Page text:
01 July 2012

A lost bag and cha dui

What a week it's been!  I'm glad to be back home after a week on the other side of the Atlantic.  I was in Paris and Manchester, England for work.  Europe, as usual, did not disappoint.  It was a wicked busy week and I won't bore you with all the details here, but a couple of things worth talking about.  They were the bookends to the trip, too.

Things first got interesting upon departure.  I was flying out of Boston, with a connection to Paris through JFK.  Why would I do that?  Because I'm cheap, well business class cheap.  I couldn't stomach the non-stop fares but connections were A-OK.  Well, that's what I hoped.  This, of course, went horribly wrong thanks to a weird patch of weather in an otherwise bright sunny day between Boston and JFK.  My inbound flight was late and I was going to misconnect so the good people at Delta - yes, Delta, not Mother United - rebooked me on another flight out of JFK and I was off.  Once I got to JFK, I was reminded just how awful an airport it is.  I've been through Third World airports that are more modern than the crapfest that is JFK.  But I digress.  While I was a few hours late, I was on an overnight flight to Paris and I'd still have time to make my Monday afternoon meetings in La Defense.

I could not have been more wrong. After enduring a brutally hot Customs hall with a veritable tsunami of my fellow sweaty passengers, I got to baggage claim to find that our bags were already on the belt and no more were coming.  I say our bags, but what I should have said was every other passenger's bags from our flight, except mine.  Mine was gone. Gone, baby, gone.  In the millions, and I do mean millions, of miles I've flown, this was a first.  I've never had a bag go missing.  There's a first for everything.  I filed a claim with a helpful (well, the French version of helpful) agent and now I was going to be late for my meetings.  So on the RER I went and I showed up at my company's offices, having not showered in 24 hours, stinking of a planeful of my fellow passengers, acting like I was delighted to be there.  It was an Academy Award winning performance.  By the end of the day, the airline still had no idea where my bag was, which was bad.  This meant clothes shopping for the next day.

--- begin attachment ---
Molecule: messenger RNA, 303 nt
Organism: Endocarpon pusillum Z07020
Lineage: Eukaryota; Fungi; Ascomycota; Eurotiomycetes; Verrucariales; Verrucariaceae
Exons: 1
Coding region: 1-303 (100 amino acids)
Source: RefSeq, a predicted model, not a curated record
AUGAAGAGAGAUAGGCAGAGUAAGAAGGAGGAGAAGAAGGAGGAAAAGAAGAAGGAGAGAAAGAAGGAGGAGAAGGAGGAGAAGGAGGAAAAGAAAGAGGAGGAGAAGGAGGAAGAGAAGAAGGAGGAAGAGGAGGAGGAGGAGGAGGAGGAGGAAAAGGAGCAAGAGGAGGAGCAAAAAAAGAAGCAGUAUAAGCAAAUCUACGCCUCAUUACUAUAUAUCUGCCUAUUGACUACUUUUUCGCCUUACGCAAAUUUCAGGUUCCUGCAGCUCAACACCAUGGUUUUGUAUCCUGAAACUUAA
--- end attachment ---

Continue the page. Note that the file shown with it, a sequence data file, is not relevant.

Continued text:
I will say this - my body type is not European.  It is not meant for European-cut shirts but I had no choice.  I spent all of Tuesday sucking in my gut.  Who needs a friggin' Ab Belt when you can just throw on a European-cut shirt, supposedly in your size?  You'll be working your abs (or lack thereof) all day trying not to have one of the buttons burst off and hit the French lady sitting across the conference table from you in the eye.

Miraculously, the bag appeared like Manna from Heaven late Tuesday night. Praise Heaven for American-cut dress shirts that double as parachutes! Wednesday brought a trip to Manchester, in the UK, where I drove on left side for the first time.  The brand-new BMW M5 that I got upgraded to made for a much less terrifying driving experience.  The rest of the week went pretty well.

Until the other bookend of the trip and that was Saturday, the day I was coming home. Because I was on an early flight to Amsterdam (again cheaper connection to get me back to Boston), I stayed at a hotel near Charles de Gaulle on Friday night.  When I checked out, I joined a few people in a queue to get on the shuttle to the airport.  We were a mixed lot of nationalities and everyone seemed to be in a good mood.  Said mood was about to get spanked by cha dui, the fine art of line cutting perfected by the Chinese. (If you are not familiar with the line cutting, or butting, for which the Chinese are rightfully famous, click on that link above to learn more). Upon putting our bags in the back, me and two other people, a couple from Nebraska, discovered that our seats had been snatched by a couple from China. I tried , initially to be nice, asking the couple to leave, since they'd cut the line and had no bags and we'd been in line and had been loading our bags.  Both spoke English because they told me I was lying.  This was lovely.  Well, before you knew it, the lady from Nebraska, went ape on this couple, screaming about how rude they were (which was true) and demanding that they get out.  At this point, the couple dug in and the poor French speaking driver was pleading with them to leave. This rude couple was now being verbally assaulted in at least three languages because all the other passengers in the van were telling them to get out.  But dug in they did - they were sticking by their lie.  They were not moving. Our French driver gave in, much like his ancestors did to the Nazis, and threw out our bags and told us to wait for the next van.  I was surprised that the Nebraska lady didn't rip out a clump of hair from the Chinese battle-axe.  What a way to start the morning...good times.  

Like I said, what a week it's been.  It's good to be home.

1 comment:

Monty Newlin said...

What an awful week! Hopefully, flying business class helped ease the pain a bit. Makes me nervous about my long, long planned trip to my ancestral "land of hope and glory."